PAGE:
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Signs point to lack of resolve

By LISA BUIE, Times Staff Writer
© St. Petersburg Times
published June 30, 2002


MEADOW POINTE -- Pasco County Commissioner Pat Mulieri said it best.

"We're not going to get New Tampa, we're going to get Old Pasco," she predicted a couple of weeks ago after questioning why county staffers had made no progress in putting a halt to big, tacky business signs.

She's right.

Nobody knows this better than residents in communities along Bruce B. Downs Boulevard in Wesley Chapel. They already are assaulted by a 40-foot-tall SuperTarget bull's-eye as they leave home each day. Target representatives behaved like bullies by slapping up the pole sign and threatening to leave it unless residents dropped opposition to the store's request to more than double the size of its 300-square-foot wall signs.

Such tactics might have worked if Target offered to look more like the Wal-Mart Supercenter about a mile down the road in progressive New Tampa.

The compromise for the bigger wall signs wasn't a classy ground-hugging masonry sign like the one gracing Wal-Mart. No, Target insisted on a masonry sign that was 15 feet tall.

In the end, residents decided they were being blackmailed and dug in on their opposition to the bigger wall signs. Hearing the outcry, county officials turned down the store's wall sign request. The Target representative had this parting shot: "They're going to have to live for the next 40 years with the sign they don't want."

So the bright red bull's-eye is here to stay, with residents wishing they could use it as a dart board.

You would think that such a fiasco would prod county officials, who talked about cracking down on big, gaudy signs for more than six months, to get moving on some new rules before it happened again.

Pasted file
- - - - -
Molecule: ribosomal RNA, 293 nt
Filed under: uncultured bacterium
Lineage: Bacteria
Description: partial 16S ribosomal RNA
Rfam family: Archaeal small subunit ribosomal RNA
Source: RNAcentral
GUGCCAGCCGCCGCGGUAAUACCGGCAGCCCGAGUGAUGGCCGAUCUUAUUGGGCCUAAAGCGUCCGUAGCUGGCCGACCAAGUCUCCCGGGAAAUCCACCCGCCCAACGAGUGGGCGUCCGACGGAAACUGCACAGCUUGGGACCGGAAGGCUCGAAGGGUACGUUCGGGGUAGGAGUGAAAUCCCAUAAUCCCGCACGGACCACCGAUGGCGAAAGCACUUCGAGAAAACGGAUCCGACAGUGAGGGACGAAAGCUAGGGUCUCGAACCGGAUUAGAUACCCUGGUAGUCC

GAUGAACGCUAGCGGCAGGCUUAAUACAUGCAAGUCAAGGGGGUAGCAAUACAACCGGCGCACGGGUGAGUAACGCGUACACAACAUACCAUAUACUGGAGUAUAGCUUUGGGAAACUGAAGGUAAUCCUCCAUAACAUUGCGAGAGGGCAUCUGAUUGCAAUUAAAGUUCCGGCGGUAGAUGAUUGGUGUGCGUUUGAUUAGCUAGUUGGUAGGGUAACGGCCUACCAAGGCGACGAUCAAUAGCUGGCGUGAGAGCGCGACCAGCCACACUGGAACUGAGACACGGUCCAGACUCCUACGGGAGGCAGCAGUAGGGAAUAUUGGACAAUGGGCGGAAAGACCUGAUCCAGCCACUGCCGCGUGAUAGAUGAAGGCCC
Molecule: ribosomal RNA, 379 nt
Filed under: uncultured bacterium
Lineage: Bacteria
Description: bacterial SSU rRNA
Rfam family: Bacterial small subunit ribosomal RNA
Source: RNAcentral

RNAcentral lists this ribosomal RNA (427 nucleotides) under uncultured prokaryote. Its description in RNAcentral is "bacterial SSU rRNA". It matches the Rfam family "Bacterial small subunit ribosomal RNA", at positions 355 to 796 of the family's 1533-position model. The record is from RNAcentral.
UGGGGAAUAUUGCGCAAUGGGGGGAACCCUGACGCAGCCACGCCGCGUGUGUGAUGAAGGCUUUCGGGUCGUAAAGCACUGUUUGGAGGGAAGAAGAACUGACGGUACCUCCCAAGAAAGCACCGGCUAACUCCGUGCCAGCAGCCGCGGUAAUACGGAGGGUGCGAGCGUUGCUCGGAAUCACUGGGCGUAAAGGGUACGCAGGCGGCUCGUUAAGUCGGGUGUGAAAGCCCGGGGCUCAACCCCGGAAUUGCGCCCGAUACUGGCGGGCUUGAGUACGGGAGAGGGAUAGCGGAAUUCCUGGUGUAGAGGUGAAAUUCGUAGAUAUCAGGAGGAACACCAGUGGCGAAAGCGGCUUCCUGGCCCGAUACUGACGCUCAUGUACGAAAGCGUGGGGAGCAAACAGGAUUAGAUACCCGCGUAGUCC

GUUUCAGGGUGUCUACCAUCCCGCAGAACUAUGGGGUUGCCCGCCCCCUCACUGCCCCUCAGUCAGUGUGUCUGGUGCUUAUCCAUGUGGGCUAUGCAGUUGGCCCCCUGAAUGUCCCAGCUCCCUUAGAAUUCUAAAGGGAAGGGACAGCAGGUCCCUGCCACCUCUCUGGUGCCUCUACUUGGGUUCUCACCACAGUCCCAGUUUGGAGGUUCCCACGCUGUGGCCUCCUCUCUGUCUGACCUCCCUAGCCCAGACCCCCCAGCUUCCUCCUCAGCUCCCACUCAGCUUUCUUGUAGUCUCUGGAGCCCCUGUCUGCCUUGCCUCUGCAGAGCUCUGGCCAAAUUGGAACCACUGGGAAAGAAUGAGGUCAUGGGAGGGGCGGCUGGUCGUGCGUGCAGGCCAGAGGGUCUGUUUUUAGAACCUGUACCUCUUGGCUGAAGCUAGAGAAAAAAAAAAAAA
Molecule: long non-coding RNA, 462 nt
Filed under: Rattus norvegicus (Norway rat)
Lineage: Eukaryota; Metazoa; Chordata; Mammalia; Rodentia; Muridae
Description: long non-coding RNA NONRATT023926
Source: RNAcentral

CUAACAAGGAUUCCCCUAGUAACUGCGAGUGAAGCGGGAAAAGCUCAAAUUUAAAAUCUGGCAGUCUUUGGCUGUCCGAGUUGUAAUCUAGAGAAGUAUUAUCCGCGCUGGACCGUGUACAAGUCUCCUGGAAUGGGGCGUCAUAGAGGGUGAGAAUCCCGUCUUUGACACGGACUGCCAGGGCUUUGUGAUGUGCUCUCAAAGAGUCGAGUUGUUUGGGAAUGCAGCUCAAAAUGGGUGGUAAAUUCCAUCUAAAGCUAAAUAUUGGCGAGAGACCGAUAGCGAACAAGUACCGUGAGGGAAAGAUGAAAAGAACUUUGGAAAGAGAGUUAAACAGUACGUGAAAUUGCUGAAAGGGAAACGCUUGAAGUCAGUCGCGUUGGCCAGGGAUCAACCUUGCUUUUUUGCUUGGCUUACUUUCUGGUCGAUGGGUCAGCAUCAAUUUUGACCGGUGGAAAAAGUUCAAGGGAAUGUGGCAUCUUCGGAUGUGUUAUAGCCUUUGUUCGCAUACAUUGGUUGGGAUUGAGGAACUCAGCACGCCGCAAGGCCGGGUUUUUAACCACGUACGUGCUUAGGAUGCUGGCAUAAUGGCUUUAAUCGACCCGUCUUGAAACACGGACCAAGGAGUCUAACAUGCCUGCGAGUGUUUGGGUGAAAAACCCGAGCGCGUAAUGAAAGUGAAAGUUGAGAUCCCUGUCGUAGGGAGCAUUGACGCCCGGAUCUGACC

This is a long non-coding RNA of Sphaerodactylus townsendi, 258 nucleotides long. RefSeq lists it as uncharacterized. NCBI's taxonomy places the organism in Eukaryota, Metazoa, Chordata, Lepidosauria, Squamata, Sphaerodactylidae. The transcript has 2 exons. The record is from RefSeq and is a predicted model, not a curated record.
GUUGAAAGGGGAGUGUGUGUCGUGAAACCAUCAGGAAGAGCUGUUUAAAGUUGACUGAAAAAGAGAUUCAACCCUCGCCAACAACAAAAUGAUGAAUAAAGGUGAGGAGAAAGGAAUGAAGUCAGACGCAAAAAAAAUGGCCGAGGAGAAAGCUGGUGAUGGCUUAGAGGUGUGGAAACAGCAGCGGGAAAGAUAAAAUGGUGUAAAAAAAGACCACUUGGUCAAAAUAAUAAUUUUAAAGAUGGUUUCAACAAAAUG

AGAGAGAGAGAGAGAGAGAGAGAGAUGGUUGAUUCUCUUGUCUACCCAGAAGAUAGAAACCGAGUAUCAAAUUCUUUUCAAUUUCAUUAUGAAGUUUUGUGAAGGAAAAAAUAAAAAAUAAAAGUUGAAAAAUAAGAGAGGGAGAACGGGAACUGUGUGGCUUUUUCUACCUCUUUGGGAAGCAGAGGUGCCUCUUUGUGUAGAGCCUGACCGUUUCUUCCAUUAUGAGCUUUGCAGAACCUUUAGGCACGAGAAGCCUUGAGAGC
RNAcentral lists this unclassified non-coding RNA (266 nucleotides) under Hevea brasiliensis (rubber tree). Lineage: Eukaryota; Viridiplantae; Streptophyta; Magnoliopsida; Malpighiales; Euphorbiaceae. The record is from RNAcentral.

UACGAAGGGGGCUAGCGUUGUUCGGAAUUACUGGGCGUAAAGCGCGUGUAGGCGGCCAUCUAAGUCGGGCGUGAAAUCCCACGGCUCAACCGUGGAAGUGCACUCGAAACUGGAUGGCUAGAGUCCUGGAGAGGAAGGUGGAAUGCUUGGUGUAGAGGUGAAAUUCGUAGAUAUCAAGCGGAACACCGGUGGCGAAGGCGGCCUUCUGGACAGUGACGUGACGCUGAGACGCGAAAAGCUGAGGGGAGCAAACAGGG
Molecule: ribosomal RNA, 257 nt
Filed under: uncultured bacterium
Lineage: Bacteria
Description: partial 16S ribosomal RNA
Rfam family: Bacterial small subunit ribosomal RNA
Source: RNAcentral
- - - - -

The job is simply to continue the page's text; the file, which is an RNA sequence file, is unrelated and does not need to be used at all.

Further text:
But alas, this is government.

For months, no one said a word. It wasn't until Mulieri and St. Petersburg Times reporter James Thorner started asking questions that the issue made it back to the forefront.

Then we find out that the ordinance was left to languish, even though staffers described it as "95 percent complete" when its writer, Rick Lambert, resigned in May.

At Mulieri's urging, county officials brought up the matter again, but this time they said it needed lawyering to head off potential legal challenges. The commission then voted to spend $28,000 on an attorney to review it.

Any time lawyers enter the picture, you can be assured that an already slow process will practically come to a standstill. Approval is sure to be months away.

The county's need to be cautious is understandable, especially given the recent collapse of the adult establishment ordinance. But it's no excuse for letting down the people of Wesley Chapel.

This issue should have been settled more than a year ago, when Scenic Pasco brought up the need for rules preventing another mess of billboards and huge signs on U.S. 19.

Dennis Smith, who sits on the Meadow Pointe Community Council, has dogged officials on the matter since at least last year. A retiree, he's the type of gadfly that government types listen to politely but secretly wish he would find a good bingo game and disappear.

Fortunately for younger families, whose time is spent working to put food on the table, Smith is a good watchdog.

He plans to stop waiting on government and lobby developers instead, appealing to their sense of neighborliness in hopes they'll voluntarily erect shorter monument signs.

Good luck.

"I'd be sorry if they lobbied us," Robert Moody, Crescent Resources Inc.'s director of retail development in Florida told reporter Thorner last week.

The Shoppes of New Tampa already has plans to put in two 30-foot-tall brick signs similar to some on U.S. 19. The signs will consist of an arch-like base of two-colored brick topped by lighted aluminum business logos.

Developers could be better neighbors, but the county is ultimately to blame for poor planning. Business will always do whatever local laws allow.

Maybe a sign ordinance won't come too late for State Road 56 and the newly widened State Road 54, which are about to erupt with development. But Bruce B. Downs Boulevard has been sacrificed.

If the area near where I live in Meadow Pointe ends up ruined, don't be surprised if you see me house hunting in Hunter's Green.

So what if a man suspected of Internet prostitution peddling lives there? At least he hasn't put up pylon signs.

-- Lisa Buie is the editor of the central/east edition of the Pasco Times. You can reach her at (813) 909-4604 or toll-free 1-800-333-7505, ext. 4604. Her e-mail address is

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